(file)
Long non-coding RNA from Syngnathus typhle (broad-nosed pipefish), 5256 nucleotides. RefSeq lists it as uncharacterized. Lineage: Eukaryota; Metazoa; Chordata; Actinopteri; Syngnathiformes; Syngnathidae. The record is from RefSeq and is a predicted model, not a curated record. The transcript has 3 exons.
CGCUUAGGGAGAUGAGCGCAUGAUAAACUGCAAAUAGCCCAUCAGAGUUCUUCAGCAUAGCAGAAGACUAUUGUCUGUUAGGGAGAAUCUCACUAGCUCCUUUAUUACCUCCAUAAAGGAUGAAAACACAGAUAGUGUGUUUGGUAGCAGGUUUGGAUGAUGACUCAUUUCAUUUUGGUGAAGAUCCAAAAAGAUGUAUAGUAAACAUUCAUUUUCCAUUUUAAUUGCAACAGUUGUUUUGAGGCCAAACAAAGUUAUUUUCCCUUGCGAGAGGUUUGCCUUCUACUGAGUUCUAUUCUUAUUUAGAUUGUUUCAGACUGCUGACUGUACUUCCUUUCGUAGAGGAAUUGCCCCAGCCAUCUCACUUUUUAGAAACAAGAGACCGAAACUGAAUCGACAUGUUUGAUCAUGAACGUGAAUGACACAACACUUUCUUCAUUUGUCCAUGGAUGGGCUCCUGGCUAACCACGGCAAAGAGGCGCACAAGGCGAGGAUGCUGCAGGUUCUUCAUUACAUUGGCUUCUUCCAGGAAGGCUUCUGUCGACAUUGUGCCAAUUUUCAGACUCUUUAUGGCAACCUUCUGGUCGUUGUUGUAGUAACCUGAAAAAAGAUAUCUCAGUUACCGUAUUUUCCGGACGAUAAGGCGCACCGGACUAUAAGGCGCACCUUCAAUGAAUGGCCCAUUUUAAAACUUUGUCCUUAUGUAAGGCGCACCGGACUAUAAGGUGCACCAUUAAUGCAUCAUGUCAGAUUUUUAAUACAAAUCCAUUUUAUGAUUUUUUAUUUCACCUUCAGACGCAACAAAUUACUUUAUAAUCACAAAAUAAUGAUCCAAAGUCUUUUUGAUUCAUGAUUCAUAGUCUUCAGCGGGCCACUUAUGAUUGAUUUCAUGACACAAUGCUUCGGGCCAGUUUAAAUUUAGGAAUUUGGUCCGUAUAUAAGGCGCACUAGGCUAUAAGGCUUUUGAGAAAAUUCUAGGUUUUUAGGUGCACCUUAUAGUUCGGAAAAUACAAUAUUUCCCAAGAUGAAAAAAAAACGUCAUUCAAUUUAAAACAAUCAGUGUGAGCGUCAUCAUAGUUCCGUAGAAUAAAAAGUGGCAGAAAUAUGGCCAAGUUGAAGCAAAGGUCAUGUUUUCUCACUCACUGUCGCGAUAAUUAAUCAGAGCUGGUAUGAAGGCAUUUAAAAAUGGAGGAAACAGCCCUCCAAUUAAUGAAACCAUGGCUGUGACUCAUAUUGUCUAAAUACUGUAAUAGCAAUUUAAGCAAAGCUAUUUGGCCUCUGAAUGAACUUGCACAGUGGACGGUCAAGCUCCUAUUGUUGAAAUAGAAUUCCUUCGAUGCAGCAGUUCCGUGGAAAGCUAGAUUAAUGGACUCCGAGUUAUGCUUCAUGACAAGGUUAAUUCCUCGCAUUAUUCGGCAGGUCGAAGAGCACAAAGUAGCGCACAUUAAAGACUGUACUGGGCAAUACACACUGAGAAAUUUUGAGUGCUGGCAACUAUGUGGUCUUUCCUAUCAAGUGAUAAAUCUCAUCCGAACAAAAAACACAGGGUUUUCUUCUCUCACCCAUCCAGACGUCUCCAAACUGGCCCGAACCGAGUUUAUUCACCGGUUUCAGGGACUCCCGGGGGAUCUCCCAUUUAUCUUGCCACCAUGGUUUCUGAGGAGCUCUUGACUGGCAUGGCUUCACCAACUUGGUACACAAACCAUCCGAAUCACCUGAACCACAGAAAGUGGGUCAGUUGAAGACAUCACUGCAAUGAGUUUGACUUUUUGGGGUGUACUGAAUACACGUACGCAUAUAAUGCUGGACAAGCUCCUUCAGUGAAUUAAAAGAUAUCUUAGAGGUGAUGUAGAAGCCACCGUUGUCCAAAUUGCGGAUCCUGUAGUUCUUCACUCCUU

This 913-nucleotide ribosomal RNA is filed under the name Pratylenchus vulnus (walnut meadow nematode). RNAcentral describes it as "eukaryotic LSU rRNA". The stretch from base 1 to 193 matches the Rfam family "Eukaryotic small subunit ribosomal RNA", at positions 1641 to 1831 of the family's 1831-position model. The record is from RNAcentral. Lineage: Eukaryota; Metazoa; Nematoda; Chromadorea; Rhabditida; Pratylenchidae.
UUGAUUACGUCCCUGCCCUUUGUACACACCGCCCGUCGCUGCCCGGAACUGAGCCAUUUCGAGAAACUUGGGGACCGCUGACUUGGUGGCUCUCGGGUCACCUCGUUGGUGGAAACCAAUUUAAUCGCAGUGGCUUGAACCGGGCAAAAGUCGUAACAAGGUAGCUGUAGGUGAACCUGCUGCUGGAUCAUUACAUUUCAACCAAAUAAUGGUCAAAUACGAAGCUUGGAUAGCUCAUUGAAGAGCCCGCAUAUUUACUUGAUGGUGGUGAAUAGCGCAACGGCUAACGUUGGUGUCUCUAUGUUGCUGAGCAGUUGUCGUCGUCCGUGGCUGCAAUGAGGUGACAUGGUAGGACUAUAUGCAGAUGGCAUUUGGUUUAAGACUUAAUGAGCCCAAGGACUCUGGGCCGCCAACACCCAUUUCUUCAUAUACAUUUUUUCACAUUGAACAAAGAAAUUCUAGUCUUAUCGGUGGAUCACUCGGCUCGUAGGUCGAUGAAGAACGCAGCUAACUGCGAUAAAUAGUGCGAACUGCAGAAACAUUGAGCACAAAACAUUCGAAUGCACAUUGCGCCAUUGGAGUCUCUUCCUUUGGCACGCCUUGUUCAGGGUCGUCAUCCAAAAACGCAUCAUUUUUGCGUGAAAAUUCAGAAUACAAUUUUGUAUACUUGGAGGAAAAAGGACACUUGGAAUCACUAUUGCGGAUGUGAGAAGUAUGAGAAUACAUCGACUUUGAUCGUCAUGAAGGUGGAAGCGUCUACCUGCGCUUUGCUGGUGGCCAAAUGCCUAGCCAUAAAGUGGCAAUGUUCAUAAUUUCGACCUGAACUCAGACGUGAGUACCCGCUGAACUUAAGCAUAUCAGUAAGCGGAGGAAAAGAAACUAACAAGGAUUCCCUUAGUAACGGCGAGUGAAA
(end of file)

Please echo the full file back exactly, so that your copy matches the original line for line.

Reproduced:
Long non-coding RNA from Syngnathus typhle (broad-nosed pipefish), 5256 nucleotides. RefSeq lists it as uncharacterized. Lineage: Eukaryota; Metazoa; Chordata; Actinopteri; Syngnathiformes; Syngnathidae. The record is from RefSeq and is a predicted model, not a curated record. The transcript has 3 exons.
CGCUUAGGGAGAUGAGCGCAUGAUAAACUGCAAAUAGCCCAUCAGAGUUCUUCAGCAUAGCAGAAGACUAUUGUCUGUUAGGGAGAAUCUCACUAGCUCCUUUAUUACCUCCAUAAAGGAUGAAAACACAGAUAGUGUGUUUGGUAGCAGGUUUGGAUGAUGACUCAUUUCAUUUUGGUGAAGAUCCAAAAAGAUGUAUAGUAAACAUUCAUUUUCCAUUUUAAUUGCAACAGUUGUUUUGAGGCCAAACAAAGUUAUUUUCCCUUGCGAGAGGUUUGCCUUCUACUGAGUUCUAUUCUUAUUUAGAUUGUUUCAGACUGCUGACUGUACUUCCUUUCGUAGAGGAAUUGCCCCAGCCAUCUCACUUUUUAGAAACAAGAGACCGAAACUGAAUCGACAUGUUUGAUCAUGAACGUGAAUGACACAACACUUUCUUCAUUUGUCCAUGGAUGGGCUCCUGGCUAACCACGGCAAAGAGGCGCACAAGGCGAGGAUGCUGCAGGUUCUUCAUUACAUUGGCUUCUUCCAGGAAGGCUUCUGUCGACAUUGUGCCAAUUUUCAGACUCUUUAUGGCAACCUUCUGGUCGUUGUUGUAGUAACCUGAAAAAAGAUAUCUCAGUUACCGUAUUUUCCGGACGAUAAGGCGCACCGGACUAUAAGGCGCACCUUCAAUGAAUGGCCCAUUUUAAAACUUUGUCCUUAUGUAAGGCGCACCGGACUAUAAGGUGCACCAUUAAUGCAUCAUGUCAGAUUUUUAAUACAAAUCCAUUUUAUGAUUUUUUAUUUCACCUUCAGACGCAACAAAUUACUUUAUAAUCACAAAAUAAUGAUCCAAAGUCUUUUUGAUUCAUGAUUCAUAGUCUUCAGCGGGCCACUUAUGAUUGAUUUCAUGACACAAUGCUUCGGGCCAGUUUAAAUUUAGGAAUUUGGUCCGUAUAUAAGGCGCACUAGGCUAUAAGGCUUUUGAGAAAAUUCUAGGUUUUUAGGUGCACCUUAUAGUUCGGAAAAUACAAUAUUUCCCAAGAUGAAAAAAAAACGUCAUUCAAUUUAAAACAAUCAGUGUGAGCGUCAUCAUAGUUCCGUAGAAUAAAAAGUGGCAGAAAUAUGGCCAAGUUGAAGCAAAGGUCAUGUUUUCUCACUCACUGUCGCGAUAAUUAAUCAGAGCUGGUAUGAAGGCAUUUAAAAAUGGAGGAAACAGCCCUCCAAUUAAUGAAACCAUGGCUGUGACUCAUAUUGUCUAAAUACUGUAAUAGCAAUUUAAGCAAAGCUAUUUGGCCUCUGAAUGAACUUGCACAGUGGACGGUCAAGCUCCUAUUGUUGAAAUAGAAUUCCUUCGAUGCAGCAGUUCCGUGGAAAGCUAGAUUAAUGGACUCCGAGUUAUGCUUCAUGACAAGGUUAAUUCCUCGCAUUAUUCGGCAGGUCGAAGAGCACAAAGUAGCGCACAUUAAAGACUGUACUGGGCAAUACACACUGAGAAAUUUUGAGUGCUGGCAACUAUGUGGUCUUUCCUAUCAAGUGAUAAAUCUCAUCCGAACAAAAAACACAGGGUUUUCUUCUCUCACCCAUCCAGACGUCUCCAAACUGGCCCGAACCGAGUUUAUUCACCGGUUUCAGGGACUCCCGGGGGAUCUCCCAUUUAUCUUGCCACCAUGGUUUCUGAGGAGCUCUUGACUGGCAUGGCUUCACCAACUUGGUACACAAACCAUCCGAAUCACCUGAACCACAGAAAGUGGGUCAGUUGAAGACAUCACUGCAAUGAGUUUGACUUUUUGGGGUGUACUGAAUACACGUACGCAUAUAAUGCUGGACAAGCUCCUUCAGUGAAUUAAAAGAUAUCUUAGAGGUGAUGUAGAAGCCACCGUUGUCCAAAUUGCGGAUCCUGUAGUUCUUCACUCCUU

This 913-nucleotide ribosomal RNA is filed under the name Pratylenchus vulnus (walnut meadow nematode). RNAcentral describes it as "eukaryotic LSU rRNA". The stretch from base 1 to 193 matches the Rfam family "Eukaryotic small subunit ribosomal RNA", at positions 1641 to 1831 of the family's 1831-position model. The record is from RNAcentral. Lineage: Eukaryota; Metazoa; Nematoda; Chromadorea; Rhabditida; Pratylenchidae.
UUGAUUACGUCCCUGCCCUUUGUACACACCGCCCGUCGCUGCCCGGAACUGAGCCAUUUCGAGAAACUUGGGGACCGCUGACUUGGUGGCUCUCGGGUCACCUCGUUGGUGGAAACCAAUUUAAUCGCAGUGGCUUGAACCGGGCAAAAGUCGUAACAAGGUAGCUGUAGGUGAACCUGCUGCUGGAUCAUUACAUUUCAACCAAAUAAUGGUCAAAUACGAAGCUUGGAUAGCUCAUUGAAGAGCCCGCAUAUUUACUUGAUGGUGGUGAAUAGCGCAACGGCUAACGUUGGUGUCUCUAUGUUGCUGAGCAGUUGUCGUCGUCCGUGGCUGCAAUGAGGUGACAUGGUAGGACUAUAUGCAGAUGGCAUUUGGUUUAAGACUUAAUGAGCCCAAGGACUCUGGGCCGCCAACACCCAUUUCUUCAUAUACAUUUUUUCACAUUGAACAAAGAAAUUCUAGUCUUAUCGGUGGAUCACUCGGCUCGUAGGUCGAUGAAGAACGCAGCUAACUGCGAUAAAUAGUGCGAACUGCAGAAACAUUGAGCACAAAACAUUCGAAUGCACAUUGCGCCAUUGGAGUCUCUUCCUUUGGCACGCCUUGUUCAGGGUCGUCAUCCAAAAACGCAUCAUUUUUGCGUGAAAAUUCAGAAUACAAUUUUGUAUACUUGGAGGAAAAAGGACACUUGGAAUCACUAUUGCGGAUGUGAGAAGUAUGAGAAUACAUCGACUUUGAUCGUCAUGAAGGUGGAAGCGUCUACCUGCGCUUUGCUGGUGGCCAAAUGCCUAGCCAUAAAGUGGCAAUGUUCAUAAUUUCGACCUGAACUCAGACGUGAGUACCCGCUGAACUUAAGCAUAUCAGUAAGCGGAGGAAAAGAAACUAACAAGGAUUCCCUUAGUAACGGCGAGUGAAA